Well, here we are, waking up in Cirencester, the heart of the Cotswolds in the south west of England, my home country. It’s so far in time and space—not to mention culture—from Southern California as to be thoroughly disorienting… Strangely, it does still feel like home to me, though I’m not sure I could ever live here again. Spoiled, perhaps, by the almost constant sunshine and temperate climate back in Los Angeles and Laguna Beach.
The journey was long, but relatively easy—until we reached Heathrow. We had used our credit card mileage to upgrade to business class for the flight, and were given nice pink “fast-track” cards to speed us through immigration. Turned out, when we reached the immigration hall, that the “fast “track” had one single, slow, impossibly officious man to cater to every first class and business passenger, as well as non-working United Airlines crew members, “deadheading” on this flight to be available to work on the return flight. At three to four minutes a person and with twenty people ahead of us, we watched the economy passengers speed through their slow track line while we stood there and waited.
Our complaints to the supervisors on the floor brought expressions of concern and visits to “the man upstairs”—who was presumably not “The Man Upstairs” or we could have expected a more sympathetic response. I suspect his was one of those Dickensian British bureaucrats who nurse a deep hatred for those they judge to be more fortunate than themselves and who, in this case, chose to take it out on the privileged business class passengers. He simply refused, according to our informants, to send in reinforcements.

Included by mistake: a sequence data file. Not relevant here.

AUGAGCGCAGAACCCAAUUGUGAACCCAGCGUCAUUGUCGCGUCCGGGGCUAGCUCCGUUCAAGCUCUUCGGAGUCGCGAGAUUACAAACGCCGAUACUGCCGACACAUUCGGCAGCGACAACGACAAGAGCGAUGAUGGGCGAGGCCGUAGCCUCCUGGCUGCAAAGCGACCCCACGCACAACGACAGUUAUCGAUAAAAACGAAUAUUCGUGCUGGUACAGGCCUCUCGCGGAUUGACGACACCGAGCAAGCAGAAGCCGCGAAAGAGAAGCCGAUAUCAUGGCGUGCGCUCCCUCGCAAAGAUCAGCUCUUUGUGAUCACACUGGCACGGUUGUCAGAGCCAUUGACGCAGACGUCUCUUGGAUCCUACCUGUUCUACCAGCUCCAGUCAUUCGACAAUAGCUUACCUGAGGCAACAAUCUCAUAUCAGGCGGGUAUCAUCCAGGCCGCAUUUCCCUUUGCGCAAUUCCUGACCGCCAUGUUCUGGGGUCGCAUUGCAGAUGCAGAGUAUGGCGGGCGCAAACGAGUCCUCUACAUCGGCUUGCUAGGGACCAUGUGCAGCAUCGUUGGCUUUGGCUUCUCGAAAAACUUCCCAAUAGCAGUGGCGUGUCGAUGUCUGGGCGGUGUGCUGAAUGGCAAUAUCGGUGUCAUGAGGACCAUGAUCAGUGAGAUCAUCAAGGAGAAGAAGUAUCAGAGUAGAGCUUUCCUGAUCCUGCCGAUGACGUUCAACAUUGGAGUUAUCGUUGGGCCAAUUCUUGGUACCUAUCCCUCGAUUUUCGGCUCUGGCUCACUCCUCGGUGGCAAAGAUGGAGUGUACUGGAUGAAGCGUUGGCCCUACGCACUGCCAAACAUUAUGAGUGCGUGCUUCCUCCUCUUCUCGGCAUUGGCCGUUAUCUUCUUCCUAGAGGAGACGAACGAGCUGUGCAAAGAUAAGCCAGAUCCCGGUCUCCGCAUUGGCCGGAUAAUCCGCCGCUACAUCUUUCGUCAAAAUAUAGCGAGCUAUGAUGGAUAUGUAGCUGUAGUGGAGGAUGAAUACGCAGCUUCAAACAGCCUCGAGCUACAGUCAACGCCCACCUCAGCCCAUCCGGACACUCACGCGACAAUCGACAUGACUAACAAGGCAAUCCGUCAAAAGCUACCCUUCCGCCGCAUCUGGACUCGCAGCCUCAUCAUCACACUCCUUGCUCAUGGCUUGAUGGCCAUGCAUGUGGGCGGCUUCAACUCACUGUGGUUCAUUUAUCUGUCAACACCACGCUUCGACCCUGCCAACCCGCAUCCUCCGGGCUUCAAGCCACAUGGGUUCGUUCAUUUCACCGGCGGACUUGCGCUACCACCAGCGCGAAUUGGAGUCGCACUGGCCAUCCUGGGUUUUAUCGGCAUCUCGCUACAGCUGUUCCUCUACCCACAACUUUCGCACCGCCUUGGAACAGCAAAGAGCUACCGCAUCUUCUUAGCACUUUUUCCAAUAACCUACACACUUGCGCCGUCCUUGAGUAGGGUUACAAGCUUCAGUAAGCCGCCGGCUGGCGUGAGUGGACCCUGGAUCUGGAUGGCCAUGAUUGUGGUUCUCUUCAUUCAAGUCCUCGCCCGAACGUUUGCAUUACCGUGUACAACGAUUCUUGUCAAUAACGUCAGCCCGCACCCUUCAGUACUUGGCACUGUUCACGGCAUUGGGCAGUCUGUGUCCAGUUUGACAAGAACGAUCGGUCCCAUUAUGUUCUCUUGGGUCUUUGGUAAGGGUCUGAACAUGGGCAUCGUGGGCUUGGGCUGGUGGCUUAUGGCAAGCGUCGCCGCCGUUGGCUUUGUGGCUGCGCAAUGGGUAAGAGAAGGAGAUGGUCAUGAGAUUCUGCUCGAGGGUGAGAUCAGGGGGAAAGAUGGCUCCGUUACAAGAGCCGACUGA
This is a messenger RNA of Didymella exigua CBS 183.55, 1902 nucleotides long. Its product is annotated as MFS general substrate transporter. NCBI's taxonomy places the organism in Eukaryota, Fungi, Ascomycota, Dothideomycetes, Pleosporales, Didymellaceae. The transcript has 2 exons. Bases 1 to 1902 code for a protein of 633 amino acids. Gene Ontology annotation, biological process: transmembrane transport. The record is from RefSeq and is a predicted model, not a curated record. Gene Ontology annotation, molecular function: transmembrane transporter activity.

I was frankly furious. I was actually quite nice to those who were trying, vainly, to help, but boiling inside as I watched the economy class line sweep by. Having paid for my “rights,” I now felt violated and abused to have them seized from me by some idiot upstairs who couldn’t be bothered to do the job he was paid to do. A good opportunity, then, to do some learning about myself—as Ellie was kind enough to keep reminding me, to my increasing fury…
We did eventually get out of immigration hell, found our bags awaiting us, and plodded our way through HM (Her Majesty’’s) Customs to where my sister was waiting patiently in the receiving line. (In fact, she wasn’t even in the receiving line, she had found a nice place to sit and enjoy a cup of coffee while she waited.) A joy to see her, though, and we squeezed ourselves and our baggage into her little car for the drive back along the M4 to Cirencester.
A lovely drive. Green hills and fields and woods on either side, with banks of pale yellow primroses and deep yellow splashes of daffodils growing wild. We arrived at our destination late morning, having missed a night of sleep (it was still only 8PM Los Angeles time) and took a walk through this pleasant country town for a cup of coffee at the local center for arts and crafts.
More later, and pictures, I hope. This is getting long… We’re here. We had a good night’s sleep. There’s a good day ahead of us.